And Beauchamp continued to pursue the game, and was passionate about it, something he believes his father was happy about. His dad also worked with his son, but not overly coaching him.

"He basically would give me tips every now and told me that I needed to work my butt off," Kash said.

His dad would also pass along tips, including with his swing, and instilling in his son a work ethic.

"He kind of really focused on telling me what I needed to do in order to get to the next level," Kash said. "For me, it was training, it was practicing, getting out on my own and practicing."

Beauchamp was able to follow his father in the summer, first as his father was a player and then after he transitioned to managing. Beauchamp recalled enjoying being with his father more when his dad was a minor league manager than when he was a major league player.

Kash Beauchamp, right, with his brother Tim, second to right, at Crosley Field in 1969. With them is hit king Pete Rose and Rose's daughter Fawn. (Photo Provided)
"When he was in the minor leagues," Beauchamp explained, "I could actually get on the field and take batting practice, take ground balls, fly balls, with my dad's club."

He also got some instruction from his dad's players, helping him with different aspects of the game, Beauchamp recalled.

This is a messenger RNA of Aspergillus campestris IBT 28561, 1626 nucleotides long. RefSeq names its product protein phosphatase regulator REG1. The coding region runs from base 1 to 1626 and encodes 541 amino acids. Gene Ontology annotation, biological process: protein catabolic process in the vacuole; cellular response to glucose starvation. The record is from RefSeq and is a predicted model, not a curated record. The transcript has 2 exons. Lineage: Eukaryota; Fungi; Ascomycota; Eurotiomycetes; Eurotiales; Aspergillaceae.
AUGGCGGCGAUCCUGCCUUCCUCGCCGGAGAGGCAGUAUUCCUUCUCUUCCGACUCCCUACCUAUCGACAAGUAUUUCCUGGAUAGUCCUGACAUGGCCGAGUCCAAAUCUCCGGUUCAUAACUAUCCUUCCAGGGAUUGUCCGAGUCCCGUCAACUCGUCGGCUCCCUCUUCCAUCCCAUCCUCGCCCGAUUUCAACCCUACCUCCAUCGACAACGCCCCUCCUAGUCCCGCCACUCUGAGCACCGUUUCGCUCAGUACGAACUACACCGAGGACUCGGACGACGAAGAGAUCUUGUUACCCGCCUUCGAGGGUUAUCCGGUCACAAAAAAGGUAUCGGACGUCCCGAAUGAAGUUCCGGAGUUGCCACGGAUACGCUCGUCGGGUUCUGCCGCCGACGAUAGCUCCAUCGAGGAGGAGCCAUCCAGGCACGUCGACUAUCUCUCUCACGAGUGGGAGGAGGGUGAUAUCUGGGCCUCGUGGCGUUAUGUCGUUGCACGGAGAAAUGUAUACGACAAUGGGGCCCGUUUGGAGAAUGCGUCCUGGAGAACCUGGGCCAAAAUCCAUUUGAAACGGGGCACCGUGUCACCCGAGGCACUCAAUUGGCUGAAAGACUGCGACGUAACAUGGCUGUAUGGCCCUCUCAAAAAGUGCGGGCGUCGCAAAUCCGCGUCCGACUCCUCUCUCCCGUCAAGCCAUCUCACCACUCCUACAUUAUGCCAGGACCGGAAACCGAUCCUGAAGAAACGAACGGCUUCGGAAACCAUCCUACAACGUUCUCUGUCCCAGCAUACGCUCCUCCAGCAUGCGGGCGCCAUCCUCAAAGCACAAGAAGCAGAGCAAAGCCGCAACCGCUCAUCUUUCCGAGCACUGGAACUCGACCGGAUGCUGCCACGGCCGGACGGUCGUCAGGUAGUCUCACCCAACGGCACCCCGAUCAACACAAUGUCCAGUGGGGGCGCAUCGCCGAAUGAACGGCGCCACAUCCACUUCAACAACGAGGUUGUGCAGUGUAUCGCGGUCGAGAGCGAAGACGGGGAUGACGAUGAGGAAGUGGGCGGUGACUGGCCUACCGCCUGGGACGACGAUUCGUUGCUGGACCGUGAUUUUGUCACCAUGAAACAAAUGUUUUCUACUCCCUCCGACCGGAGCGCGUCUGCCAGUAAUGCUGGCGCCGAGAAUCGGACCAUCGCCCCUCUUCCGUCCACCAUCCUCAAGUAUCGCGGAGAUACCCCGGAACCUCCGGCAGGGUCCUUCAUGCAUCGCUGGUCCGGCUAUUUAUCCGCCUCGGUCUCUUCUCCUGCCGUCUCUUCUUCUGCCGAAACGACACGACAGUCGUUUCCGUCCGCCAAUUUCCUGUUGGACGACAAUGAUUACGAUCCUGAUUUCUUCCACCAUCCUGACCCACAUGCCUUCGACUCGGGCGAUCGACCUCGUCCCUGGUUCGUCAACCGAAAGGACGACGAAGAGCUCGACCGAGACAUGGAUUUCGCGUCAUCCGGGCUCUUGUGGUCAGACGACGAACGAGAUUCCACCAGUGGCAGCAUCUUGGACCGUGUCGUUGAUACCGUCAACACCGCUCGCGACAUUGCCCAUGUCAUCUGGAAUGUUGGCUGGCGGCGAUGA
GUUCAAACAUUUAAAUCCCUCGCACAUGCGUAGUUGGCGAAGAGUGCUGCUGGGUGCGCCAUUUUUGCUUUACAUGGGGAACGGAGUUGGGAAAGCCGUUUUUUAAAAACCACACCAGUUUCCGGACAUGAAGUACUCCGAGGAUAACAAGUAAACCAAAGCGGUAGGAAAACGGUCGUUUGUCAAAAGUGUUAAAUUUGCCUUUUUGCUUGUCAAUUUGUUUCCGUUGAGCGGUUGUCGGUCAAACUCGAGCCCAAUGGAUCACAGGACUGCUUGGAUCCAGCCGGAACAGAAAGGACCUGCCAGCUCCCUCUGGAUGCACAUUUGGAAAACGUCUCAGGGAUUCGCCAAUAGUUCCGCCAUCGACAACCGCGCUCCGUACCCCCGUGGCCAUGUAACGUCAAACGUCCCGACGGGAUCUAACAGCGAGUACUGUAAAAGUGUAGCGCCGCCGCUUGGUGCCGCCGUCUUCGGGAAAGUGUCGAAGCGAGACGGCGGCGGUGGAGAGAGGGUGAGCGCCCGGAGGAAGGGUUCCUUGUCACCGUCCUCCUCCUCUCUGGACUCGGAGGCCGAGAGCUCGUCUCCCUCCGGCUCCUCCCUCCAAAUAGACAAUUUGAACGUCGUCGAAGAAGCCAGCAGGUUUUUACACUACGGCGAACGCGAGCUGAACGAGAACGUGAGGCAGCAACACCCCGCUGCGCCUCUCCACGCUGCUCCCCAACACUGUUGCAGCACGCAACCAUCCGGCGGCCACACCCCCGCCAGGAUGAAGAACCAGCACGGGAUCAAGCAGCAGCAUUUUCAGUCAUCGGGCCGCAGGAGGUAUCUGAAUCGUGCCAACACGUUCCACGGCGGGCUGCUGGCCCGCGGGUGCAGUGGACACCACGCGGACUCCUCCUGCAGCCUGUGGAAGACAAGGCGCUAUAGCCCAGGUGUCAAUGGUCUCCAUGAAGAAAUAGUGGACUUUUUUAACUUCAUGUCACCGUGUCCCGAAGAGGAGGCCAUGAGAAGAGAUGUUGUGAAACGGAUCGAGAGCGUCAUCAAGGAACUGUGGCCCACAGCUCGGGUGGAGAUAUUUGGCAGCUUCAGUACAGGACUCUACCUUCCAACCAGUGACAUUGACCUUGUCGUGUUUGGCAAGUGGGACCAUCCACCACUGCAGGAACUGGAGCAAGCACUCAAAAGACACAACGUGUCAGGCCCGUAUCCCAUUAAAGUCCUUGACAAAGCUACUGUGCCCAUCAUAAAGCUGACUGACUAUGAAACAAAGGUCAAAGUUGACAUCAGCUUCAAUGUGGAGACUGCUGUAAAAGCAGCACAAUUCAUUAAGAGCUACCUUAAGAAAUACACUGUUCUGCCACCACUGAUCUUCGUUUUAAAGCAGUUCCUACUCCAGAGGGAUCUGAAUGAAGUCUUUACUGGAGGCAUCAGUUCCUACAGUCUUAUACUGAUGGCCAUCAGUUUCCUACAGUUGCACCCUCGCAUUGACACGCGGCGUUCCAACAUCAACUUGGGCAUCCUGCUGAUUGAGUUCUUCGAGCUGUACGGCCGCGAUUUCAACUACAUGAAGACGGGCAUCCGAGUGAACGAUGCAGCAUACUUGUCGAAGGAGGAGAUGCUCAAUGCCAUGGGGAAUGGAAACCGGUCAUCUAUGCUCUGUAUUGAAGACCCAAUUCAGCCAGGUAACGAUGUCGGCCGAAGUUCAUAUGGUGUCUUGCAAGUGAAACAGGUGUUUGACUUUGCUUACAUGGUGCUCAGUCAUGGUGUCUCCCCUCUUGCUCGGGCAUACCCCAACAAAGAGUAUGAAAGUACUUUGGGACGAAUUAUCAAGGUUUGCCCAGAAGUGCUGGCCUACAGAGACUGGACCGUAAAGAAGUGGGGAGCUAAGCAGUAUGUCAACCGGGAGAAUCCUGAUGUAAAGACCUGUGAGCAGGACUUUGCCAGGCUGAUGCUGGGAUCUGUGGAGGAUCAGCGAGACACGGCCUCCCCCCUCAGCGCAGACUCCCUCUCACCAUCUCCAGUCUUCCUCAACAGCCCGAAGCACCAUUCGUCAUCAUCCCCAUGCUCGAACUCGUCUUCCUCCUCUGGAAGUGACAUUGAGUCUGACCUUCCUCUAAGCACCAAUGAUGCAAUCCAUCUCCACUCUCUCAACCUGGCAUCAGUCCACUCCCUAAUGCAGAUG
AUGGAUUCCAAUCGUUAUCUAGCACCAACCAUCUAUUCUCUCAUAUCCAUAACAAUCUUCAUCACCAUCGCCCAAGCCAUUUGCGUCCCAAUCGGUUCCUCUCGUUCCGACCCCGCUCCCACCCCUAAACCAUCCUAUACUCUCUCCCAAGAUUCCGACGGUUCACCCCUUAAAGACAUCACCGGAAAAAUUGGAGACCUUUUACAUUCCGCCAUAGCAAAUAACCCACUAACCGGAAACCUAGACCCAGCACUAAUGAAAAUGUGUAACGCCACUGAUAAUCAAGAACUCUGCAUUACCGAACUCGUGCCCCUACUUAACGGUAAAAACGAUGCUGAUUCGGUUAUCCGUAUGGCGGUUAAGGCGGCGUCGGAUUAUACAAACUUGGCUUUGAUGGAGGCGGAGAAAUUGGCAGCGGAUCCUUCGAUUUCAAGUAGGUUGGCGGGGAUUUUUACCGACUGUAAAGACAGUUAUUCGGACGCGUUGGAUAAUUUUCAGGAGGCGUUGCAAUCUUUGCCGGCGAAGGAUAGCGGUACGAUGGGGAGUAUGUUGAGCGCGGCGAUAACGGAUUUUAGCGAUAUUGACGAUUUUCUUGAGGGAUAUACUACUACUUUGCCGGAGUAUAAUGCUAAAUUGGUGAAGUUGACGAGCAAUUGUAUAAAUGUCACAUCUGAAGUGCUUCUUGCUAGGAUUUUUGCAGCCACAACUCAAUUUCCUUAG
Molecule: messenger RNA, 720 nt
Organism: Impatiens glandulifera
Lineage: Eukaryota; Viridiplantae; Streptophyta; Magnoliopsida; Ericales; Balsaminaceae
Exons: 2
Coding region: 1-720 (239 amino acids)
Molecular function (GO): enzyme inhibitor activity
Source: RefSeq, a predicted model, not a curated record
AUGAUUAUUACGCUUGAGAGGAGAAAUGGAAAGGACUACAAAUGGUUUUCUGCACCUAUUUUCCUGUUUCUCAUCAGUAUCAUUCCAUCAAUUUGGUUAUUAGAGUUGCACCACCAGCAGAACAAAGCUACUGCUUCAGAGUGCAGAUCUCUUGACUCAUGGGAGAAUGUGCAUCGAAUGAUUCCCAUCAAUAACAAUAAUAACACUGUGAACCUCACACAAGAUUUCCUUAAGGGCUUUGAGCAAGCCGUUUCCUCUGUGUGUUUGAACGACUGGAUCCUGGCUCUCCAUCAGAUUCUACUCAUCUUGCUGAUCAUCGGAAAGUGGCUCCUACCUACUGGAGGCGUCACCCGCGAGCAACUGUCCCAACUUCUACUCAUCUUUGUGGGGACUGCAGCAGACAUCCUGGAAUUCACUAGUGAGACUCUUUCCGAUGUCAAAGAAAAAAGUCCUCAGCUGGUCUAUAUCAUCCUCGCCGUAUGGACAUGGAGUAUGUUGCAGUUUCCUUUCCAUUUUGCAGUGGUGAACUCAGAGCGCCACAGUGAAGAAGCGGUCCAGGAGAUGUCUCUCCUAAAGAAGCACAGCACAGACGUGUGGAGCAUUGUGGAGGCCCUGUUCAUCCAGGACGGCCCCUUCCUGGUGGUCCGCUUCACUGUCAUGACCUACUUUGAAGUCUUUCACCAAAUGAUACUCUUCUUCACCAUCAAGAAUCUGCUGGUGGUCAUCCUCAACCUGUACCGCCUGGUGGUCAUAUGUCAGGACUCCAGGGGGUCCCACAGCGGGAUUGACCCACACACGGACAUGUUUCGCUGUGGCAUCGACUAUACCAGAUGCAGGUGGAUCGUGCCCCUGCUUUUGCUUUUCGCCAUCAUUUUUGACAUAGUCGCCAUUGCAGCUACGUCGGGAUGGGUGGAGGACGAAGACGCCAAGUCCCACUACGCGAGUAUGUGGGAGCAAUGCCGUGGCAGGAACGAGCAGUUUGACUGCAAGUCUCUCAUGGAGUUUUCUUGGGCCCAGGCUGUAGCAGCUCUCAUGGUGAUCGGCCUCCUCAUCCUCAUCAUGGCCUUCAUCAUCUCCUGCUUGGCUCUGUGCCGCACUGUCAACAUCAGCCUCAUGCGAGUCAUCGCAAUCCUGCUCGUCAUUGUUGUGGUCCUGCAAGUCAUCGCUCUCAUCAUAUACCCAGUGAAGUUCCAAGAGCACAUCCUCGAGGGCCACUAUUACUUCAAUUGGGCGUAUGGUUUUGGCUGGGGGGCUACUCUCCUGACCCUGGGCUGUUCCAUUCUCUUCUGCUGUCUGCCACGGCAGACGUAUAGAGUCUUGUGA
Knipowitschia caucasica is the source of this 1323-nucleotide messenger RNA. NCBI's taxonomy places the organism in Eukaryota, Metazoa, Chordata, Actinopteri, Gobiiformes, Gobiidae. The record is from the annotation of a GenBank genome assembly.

By the time Kash was 16, he recalled, he started staying home to focus on his skills with the local American Legion team, with the goal of going on to play in college and then the pros.

Also by the time, Beauchamp was playing multiple sports, adding football and basketball to the mix. It was to his time in high school football that Beauchamp attributed his later tendency to not shy away from contact on the baseball field.

With his American Legion team, Beauchamp credited his coach there, the late Darrell Burroughs, with having as much of an impact on his career as his father. Burroughs, Beauchamp recalled, was a tough enough coach to get in Beauchamp's face, if he needed it.
Another photo of Kash Beauchamp, right, his brother Tim, left, in 1969 with their dad, then-Red Jim Beauchamp. (Photo Provided)
"I didn't deal with failure very well," Beauchamp said. "I was stubborn and hard-headed. Darrell really brought discipline to my game."


Out of high school, Beauchamp didn't get scouted much. Offered small scholarships at Division 1 programs, Beauchamp instead decided to go to junior college, attending Bacone College in Oklahoma.

Playing at Bacone in the fall, Beauchamp caught the eye of scouts. When time came for the January draft, multiple clubs were interested. With the first overall pick in the draft, the Blue Jays selected Beauchamp.

The Blue Jays also happened to be the team his father was working for at the time. That wasn't something Beauchamp was thrilled about, with the assumptions that came with it.

His father, though, wasn't in favor of the selection, Beauchamp recalled. In fact, his father tried to talk the team out of drafting him. The dad wanted his son to go back to school.

Maybe his father was on to something, at least from the Blue Jays' end, Beauchamp noted. Also available in that draft, taken by the Twins two slots later, was a player by the name of Kirby Puckett.

But, as January's first-overall pick, Beauchamp weighed his options. He finally chose to sign.

"I eventually decided let's go play, let's do what I've dreamed of doing my whole life," Beauchamp recalled, "and let's start playing pro ball."

Go to Part 2: Kash Beauchamp, Big Memory

Part 1: Played Hard | Part 2: Big Memory 
Part 3: Pretty Simple | Part 4: Fight For